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Hard times are plaguing flight schools { September 14 2003 }

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September 14, 2003
Hard Times Are Plaguing Flight Schools in Florida

PEMBROKE PINES, Fla., Sept. 13 Terry Fensome thought his flight school's fortunes had hit bottom in November 2001 when one of his planes was intercepted by fighter pilots who thought they were foiling a terrorist attack on Orlando.

But the acute embarrassment of that incident the student was forced to land, questioned and released was nothing compared with the economic misery that has dogged the Pelican Flight Training Center since then, a result of the 2001 terrorist attacks. Mr. Fensome's school is one of dozens in Florida that have struggled mightily in the last two years, beset by collapsing enrollment, security-related red tape and the stigma of being linked to the 9/11 hijackers, several of whom learned to fly in Florida.

"We never recovered," said Mr. Fensome, whose school has 30 students now, down from 60 before the attacks, though none of the hijackers trained at Pelican. "The idea that the flight schools were to blame for this was totally off the wall, and it hurt us a lot."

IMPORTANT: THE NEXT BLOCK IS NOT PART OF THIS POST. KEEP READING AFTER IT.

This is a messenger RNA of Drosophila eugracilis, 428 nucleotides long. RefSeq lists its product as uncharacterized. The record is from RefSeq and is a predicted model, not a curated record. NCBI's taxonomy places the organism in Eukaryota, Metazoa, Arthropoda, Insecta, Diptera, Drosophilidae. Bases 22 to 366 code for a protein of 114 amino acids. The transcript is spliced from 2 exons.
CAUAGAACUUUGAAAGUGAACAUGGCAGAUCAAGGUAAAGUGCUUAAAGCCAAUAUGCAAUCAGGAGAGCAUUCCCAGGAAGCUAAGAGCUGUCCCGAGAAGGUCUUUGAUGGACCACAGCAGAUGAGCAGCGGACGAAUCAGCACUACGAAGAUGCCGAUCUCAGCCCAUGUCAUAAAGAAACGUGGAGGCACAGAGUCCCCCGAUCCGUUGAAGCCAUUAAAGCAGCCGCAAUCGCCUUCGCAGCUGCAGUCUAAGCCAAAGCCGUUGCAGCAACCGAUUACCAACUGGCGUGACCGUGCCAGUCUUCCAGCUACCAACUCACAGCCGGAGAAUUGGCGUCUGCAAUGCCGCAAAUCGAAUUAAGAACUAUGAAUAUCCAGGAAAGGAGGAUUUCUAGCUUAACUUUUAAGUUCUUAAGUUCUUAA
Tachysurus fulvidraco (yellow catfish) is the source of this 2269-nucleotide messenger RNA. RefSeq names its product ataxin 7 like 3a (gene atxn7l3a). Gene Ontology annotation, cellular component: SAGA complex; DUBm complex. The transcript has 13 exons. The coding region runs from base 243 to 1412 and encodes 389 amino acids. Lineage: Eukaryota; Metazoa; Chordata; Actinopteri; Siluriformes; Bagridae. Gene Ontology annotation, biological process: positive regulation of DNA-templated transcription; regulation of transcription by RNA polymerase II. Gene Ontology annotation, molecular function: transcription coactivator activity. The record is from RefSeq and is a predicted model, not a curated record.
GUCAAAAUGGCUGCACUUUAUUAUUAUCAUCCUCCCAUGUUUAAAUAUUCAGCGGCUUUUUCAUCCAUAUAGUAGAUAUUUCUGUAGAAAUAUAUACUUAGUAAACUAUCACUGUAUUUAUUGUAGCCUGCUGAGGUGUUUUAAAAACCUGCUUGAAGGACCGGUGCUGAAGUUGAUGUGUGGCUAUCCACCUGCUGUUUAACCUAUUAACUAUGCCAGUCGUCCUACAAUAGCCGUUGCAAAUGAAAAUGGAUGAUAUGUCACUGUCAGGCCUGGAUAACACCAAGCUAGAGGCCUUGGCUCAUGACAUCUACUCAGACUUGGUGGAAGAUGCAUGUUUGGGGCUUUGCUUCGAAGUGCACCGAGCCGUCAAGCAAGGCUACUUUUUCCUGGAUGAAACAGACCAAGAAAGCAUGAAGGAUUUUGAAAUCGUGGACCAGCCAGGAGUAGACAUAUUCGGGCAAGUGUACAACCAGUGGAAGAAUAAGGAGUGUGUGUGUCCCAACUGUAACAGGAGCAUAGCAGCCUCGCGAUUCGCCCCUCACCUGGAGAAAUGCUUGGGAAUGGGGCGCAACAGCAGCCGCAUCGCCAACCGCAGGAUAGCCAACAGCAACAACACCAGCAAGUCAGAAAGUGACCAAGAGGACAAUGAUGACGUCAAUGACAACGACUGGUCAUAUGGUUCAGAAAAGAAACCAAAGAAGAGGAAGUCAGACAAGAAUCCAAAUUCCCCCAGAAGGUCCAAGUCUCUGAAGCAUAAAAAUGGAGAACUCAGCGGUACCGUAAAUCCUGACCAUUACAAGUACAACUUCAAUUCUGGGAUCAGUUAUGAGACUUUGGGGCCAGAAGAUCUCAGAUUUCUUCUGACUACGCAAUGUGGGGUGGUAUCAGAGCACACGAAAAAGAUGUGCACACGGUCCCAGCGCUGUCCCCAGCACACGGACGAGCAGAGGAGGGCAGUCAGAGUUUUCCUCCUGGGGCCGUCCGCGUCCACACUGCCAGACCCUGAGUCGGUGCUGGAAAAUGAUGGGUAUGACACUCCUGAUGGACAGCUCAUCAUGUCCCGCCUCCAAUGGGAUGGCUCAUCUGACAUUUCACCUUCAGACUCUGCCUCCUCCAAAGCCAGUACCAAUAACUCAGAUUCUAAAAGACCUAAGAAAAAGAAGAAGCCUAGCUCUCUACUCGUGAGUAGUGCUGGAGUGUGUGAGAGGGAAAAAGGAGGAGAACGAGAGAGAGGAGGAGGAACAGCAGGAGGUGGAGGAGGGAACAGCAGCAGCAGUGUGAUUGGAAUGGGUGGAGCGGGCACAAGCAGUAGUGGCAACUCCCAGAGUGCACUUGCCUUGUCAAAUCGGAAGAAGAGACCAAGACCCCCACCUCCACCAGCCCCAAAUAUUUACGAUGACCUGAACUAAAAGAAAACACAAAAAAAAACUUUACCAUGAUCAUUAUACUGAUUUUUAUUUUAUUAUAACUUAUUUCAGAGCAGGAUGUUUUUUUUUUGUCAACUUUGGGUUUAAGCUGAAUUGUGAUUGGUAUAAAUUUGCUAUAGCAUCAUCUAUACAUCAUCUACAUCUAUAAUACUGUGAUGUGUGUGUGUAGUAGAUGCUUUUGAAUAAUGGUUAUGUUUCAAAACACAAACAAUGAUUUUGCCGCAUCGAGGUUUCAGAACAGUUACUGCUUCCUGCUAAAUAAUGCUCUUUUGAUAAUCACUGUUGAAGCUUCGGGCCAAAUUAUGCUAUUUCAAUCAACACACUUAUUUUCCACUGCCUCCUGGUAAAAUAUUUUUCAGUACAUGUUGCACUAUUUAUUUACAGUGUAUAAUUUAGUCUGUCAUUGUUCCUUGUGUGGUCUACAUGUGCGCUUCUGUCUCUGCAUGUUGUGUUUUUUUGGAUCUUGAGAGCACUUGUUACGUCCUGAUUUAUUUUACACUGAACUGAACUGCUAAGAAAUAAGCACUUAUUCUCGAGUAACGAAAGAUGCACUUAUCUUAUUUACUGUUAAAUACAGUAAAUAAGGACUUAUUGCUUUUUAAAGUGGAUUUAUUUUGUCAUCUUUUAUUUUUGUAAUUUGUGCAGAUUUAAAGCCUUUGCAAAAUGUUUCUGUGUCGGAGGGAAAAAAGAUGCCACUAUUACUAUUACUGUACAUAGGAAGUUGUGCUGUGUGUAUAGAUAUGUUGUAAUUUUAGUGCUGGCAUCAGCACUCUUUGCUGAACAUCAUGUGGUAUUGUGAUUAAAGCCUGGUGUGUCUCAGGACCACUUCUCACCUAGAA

At least 50 of the state's flight schools have closed since 9/11, most of them mom-and-pop operations that could not survive the drop in business and rising costs. The number of foreign students has plummeted, flight school owners say, because of tough new immigration rules, the battered aviation industry and a general fear of bias since 9/11.

It is a striking reversal for the flight schools. With its warm weather, abundance of airfields and good flying conditions, Florida has long drawn student pilots from the United States and abroad.

The state had at least 220 of about 2,000 flight schools in the country in 2001, and trained about 20 percent of all pilots in the world, the Florida Department of Transportation said.

About half of the state's student pilots were foreigners drawn by the stature and lower costs of flight school in this country, flight school owners said.

Shortly after 9/11, Congress passed a law requiring extensive background checks for all foreigners learning to fly planes heavier than 12,500 pounds, which is about the size of a 10-seat jet. Since the checks can take months, many student pilots have opted to train in South Africa or Australia, which have a lot of flight academies and less oversight, flight school owners said.